By Ally Lanasa, Staff Writer
(July 9, 2020) Berlin might have observed National Pollinator Week from June 22-28, but the buzz in town was toned down somewhat by the distancing requirements necessitated by the efforts to curtail the spread of covid-19.
As a Bee City USA affiliate, the town did everything it could safely do to educate the public about the link between pollinators and a healthy planet.
Town Administrator Jeff Fleetwood said during the June 22 Town Council meeting that Berlin would have fun facts about pollination in the shop windows and on social media in lieu of public events.
Economic & Community Development Director Ivy Wells said people could also obtain information about creating pollinator gardens at the Welcome Center as well as via social media posts.
The Town of Berlin Maryland Facebook page shared a digital booklet from U.S. Fish & Wildlife Service about attracting pollinators to gardens.
The use of native flowering plants will attract a variety of pollinators such as hummingbirds, bumble bees, soldier beetles, hummingbird moths and butterflies.
Bee City Designation Committee members Mike and Helen Wiley’s daughter, Stacey Wildberger, published a blog post on the Cape Conservation Corps website on June 23, which highlighted the importance of planting for specific pollinators.
“Many species have developed a specialist relationship with a particular family or even species of plant for life sustaining purposes,” she wrote. “Without having their particular plant species, they will not survive. There are generalist species that can feed on a wild variety of plants while the specialists are limited to specific plants.”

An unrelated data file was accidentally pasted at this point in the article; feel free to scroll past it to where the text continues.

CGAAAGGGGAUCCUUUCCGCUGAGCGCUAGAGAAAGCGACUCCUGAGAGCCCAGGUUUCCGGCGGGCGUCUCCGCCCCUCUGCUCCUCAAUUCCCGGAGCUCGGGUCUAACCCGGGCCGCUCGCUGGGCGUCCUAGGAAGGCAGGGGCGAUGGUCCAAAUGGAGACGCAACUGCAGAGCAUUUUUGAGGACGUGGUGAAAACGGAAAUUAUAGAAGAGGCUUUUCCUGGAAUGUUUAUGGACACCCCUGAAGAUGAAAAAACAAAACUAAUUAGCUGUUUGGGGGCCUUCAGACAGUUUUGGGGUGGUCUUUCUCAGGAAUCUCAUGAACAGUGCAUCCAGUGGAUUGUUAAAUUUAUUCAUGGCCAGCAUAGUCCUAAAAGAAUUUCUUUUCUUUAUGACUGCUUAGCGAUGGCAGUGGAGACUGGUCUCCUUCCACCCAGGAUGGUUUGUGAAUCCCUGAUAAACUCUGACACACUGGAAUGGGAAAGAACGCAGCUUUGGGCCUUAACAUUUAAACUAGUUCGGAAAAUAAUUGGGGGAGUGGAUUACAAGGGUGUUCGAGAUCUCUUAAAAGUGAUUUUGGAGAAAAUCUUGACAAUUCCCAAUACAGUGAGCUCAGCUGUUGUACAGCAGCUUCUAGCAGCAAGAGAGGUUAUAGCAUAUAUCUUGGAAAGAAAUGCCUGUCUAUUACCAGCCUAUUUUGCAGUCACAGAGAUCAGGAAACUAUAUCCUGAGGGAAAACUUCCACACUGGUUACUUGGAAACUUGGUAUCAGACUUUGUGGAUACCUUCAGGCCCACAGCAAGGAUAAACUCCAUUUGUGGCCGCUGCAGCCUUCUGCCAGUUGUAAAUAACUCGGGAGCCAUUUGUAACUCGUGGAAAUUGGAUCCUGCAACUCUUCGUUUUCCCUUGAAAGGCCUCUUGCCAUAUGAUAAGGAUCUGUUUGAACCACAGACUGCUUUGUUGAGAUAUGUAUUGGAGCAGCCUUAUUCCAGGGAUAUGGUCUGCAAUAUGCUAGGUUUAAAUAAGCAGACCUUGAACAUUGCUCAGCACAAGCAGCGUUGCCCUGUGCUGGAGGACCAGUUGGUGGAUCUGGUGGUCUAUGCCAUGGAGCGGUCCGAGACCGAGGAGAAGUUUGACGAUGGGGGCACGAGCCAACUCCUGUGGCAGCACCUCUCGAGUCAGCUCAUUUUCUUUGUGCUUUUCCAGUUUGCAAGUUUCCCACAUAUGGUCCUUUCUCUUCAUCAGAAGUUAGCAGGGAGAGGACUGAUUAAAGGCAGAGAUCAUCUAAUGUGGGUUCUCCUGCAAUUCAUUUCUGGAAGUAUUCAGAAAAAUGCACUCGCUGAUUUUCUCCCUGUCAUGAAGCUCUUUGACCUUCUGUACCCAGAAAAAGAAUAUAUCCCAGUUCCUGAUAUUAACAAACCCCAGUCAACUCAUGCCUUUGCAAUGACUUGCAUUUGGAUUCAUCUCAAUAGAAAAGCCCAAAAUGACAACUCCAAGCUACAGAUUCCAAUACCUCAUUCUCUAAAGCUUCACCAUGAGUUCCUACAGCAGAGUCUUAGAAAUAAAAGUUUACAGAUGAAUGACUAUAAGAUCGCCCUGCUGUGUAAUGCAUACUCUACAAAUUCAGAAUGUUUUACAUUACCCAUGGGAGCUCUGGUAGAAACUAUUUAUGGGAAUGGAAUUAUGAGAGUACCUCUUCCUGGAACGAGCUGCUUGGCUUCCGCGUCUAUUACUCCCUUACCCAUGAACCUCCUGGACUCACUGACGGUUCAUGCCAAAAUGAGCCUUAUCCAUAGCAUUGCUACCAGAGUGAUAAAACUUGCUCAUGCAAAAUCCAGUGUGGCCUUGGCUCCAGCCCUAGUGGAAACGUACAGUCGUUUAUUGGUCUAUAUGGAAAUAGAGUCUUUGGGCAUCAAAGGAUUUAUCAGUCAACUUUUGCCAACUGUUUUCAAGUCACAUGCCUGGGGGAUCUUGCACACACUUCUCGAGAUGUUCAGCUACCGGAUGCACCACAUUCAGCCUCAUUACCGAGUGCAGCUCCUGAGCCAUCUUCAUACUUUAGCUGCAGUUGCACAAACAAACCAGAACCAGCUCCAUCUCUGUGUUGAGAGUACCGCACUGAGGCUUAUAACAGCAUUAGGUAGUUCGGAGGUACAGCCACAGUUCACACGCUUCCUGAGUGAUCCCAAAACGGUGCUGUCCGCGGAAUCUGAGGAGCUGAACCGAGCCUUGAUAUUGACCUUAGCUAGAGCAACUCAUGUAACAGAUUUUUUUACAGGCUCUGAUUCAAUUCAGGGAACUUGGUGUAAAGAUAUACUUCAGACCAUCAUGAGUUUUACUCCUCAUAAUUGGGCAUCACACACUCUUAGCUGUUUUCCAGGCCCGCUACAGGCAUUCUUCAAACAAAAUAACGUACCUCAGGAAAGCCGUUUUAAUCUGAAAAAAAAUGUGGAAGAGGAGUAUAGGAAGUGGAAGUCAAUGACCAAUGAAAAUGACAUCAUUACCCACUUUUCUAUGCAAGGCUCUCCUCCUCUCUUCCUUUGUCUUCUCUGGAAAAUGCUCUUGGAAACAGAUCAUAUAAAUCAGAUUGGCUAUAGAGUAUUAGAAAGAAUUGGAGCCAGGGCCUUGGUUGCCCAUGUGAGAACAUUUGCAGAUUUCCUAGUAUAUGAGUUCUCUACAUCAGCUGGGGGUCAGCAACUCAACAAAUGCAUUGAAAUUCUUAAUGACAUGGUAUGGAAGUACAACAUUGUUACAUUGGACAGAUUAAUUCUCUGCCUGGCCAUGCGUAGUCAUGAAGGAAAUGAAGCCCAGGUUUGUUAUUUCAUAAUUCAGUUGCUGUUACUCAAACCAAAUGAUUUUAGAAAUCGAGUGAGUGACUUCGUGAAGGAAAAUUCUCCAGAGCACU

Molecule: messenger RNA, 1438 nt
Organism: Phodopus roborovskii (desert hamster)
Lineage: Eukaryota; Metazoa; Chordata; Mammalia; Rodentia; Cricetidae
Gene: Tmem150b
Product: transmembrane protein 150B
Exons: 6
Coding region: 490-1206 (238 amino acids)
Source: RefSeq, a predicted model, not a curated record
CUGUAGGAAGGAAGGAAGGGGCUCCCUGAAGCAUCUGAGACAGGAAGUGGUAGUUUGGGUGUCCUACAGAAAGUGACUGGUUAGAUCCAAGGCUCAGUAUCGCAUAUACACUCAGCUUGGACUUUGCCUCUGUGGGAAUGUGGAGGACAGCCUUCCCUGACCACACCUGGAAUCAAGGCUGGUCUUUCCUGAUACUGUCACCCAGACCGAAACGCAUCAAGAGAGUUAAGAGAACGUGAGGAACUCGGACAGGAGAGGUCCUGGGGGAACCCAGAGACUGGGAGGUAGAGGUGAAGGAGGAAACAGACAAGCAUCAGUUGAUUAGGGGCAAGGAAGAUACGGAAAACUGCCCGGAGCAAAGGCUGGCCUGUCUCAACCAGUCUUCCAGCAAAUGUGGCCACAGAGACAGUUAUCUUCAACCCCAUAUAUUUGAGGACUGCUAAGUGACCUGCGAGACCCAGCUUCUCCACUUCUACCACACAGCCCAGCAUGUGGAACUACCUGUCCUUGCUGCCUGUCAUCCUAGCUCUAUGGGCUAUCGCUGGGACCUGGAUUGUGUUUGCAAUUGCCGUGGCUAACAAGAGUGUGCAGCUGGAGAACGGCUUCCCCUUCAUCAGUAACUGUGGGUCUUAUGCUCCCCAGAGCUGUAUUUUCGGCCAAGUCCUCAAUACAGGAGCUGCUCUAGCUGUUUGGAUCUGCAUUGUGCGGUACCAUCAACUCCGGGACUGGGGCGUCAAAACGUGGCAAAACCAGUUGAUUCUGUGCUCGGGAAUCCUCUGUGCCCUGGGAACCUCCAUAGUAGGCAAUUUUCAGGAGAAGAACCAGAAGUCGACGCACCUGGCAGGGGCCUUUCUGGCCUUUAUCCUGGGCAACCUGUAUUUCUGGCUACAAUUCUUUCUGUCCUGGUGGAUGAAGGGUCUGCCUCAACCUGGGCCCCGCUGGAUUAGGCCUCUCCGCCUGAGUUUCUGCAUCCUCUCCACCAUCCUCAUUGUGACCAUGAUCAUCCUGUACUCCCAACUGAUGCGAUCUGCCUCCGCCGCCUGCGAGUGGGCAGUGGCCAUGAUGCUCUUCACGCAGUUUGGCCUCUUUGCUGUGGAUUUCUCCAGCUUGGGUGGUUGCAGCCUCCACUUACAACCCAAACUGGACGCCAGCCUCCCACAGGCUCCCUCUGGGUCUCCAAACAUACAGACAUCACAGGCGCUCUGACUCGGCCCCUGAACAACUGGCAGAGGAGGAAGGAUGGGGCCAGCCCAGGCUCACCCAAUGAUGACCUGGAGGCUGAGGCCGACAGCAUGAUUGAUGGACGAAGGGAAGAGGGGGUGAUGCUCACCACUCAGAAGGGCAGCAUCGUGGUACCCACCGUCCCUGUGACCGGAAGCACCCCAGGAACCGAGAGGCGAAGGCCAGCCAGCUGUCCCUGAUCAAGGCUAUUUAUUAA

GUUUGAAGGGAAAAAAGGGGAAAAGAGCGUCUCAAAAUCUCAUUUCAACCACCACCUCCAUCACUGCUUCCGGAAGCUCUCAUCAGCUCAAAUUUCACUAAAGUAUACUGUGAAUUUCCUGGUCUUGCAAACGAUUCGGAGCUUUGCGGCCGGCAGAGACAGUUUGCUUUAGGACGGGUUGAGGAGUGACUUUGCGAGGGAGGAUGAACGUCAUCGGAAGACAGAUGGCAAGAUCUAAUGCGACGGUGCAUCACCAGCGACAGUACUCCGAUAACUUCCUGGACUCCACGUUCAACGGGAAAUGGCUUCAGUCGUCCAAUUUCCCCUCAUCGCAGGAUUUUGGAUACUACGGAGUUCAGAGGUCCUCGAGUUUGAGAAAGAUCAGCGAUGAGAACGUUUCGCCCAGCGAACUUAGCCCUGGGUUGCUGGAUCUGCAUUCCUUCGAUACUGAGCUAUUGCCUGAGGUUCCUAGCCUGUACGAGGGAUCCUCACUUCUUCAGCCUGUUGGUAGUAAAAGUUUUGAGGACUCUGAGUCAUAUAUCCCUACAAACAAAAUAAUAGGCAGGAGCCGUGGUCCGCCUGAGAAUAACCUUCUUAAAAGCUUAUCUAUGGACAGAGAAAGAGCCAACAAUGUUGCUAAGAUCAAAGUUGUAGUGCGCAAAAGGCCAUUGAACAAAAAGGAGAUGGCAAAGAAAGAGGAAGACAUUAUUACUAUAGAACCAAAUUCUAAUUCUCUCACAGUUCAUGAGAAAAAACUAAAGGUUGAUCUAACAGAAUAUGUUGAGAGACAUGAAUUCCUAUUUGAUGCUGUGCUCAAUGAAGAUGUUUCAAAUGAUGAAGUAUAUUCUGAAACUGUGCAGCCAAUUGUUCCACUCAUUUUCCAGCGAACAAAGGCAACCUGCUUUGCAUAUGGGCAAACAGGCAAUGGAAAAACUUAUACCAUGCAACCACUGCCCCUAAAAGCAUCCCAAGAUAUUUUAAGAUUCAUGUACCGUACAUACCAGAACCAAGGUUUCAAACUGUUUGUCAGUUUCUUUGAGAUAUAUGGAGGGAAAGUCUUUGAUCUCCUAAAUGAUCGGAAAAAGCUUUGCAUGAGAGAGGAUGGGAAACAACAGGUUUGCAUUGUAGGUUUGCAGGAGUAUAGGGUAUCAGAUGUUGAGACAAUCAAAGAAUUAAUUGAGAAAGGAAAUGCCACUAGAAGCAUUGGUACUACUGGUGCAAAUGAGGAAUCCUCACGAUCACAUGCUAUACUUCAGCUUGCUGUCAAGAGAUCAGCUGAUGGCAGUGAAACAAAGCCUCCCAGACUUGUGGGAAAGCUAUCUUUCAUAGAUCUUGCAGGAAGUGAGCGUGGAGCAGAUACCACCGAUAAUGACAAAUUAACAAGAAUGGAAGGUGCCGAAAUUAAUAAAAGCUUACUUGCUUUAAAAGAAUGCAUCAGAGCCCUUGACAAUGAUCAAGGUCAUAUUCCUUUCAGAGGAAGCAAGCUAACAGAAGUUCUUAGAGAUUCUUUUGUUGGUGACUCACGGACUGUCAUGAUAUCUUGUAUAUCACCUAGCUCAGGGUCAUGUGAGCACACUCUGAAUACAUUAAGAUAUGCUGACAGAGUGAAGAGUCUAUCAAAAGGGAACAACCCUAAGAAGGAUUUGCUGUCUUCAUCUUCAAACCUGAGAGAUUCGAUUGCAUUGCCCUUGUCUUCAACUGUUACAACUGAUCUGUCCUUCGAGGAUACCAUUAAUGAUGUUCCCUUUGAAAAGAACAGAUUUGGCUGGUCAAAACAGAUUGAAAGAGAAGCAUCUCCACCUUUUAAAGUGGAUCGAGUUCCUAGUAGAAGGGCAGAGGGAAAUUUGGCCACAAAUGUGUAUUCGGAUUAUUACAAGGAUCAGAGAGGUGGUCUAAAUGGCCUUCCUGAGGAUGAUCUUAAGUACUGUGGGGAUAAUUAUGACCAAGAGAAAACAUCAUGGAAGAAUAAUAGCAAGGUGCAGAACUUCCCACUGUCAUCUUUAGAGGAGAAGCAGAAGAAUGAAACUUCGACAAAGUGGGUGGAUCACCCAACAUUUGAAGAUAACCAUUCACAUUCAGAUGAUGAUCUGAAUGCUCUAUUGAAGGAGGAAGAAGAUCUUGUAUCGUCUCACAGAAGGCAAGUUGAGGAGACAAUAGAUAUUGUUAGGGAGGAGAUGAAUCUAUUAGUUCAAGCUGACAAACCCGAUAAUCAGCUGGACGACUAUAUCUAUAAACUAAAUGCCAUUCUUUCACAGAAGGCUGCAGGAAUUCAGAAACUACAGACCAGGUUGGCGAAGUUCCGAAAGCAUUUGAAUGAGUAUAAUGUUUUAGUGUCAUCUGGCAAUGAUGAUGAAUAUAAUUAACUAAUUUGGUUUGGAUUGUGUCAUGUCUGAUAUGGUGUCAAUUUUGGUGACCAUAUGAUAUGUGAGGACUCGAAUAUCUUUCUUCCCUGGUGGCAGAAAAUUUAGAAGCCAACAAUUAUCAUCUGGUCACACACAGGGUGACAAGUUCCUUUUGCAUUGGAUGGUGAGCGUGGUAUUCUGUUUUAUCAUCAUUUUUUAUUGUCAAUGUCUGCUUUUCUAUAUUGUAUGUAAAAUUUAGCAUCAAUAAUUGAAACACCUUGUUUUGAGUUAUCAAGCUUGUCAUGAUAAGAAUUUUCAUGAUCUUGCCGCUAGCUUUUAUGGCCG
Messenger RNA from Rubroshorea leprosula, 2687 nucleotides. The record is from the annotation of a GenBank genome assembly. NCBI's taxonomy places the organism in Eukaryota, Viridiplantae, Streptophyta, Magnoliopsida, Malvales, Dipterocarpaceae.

Wildberger designed the pollinator garden on her parents’ property in Berlin with swamp milkweed for butterflies, native honeysuckle for hummingbirds as well as serviceberry and black-eyed susans for bees.
Currently, there are public pollinator gardens at Henry Park, Heron Park, Stephen Decatur Park and the town’s spray irrigation site.
To protect pollinators, gardeners should avoid the use of pesticides. Rather, the U.S. Fish & Wildlife Service advises creating a diverse garden habitat for natural pest control.
Pollination is essential to the food system and has many environmental benefits.
According to the U.S. Forest Service, pollinators are vital to more than 150 food crops in the U.S., including blueberries, wild strawberries, apples, oranges, squash, tomatoes, sunflower seeds and almonds.
In addition, pollination’s role in producing healthy plants helps to provide clean air, purer water and preventing erosion.
For more information, visit berlinmd.gov/save-the-bees/.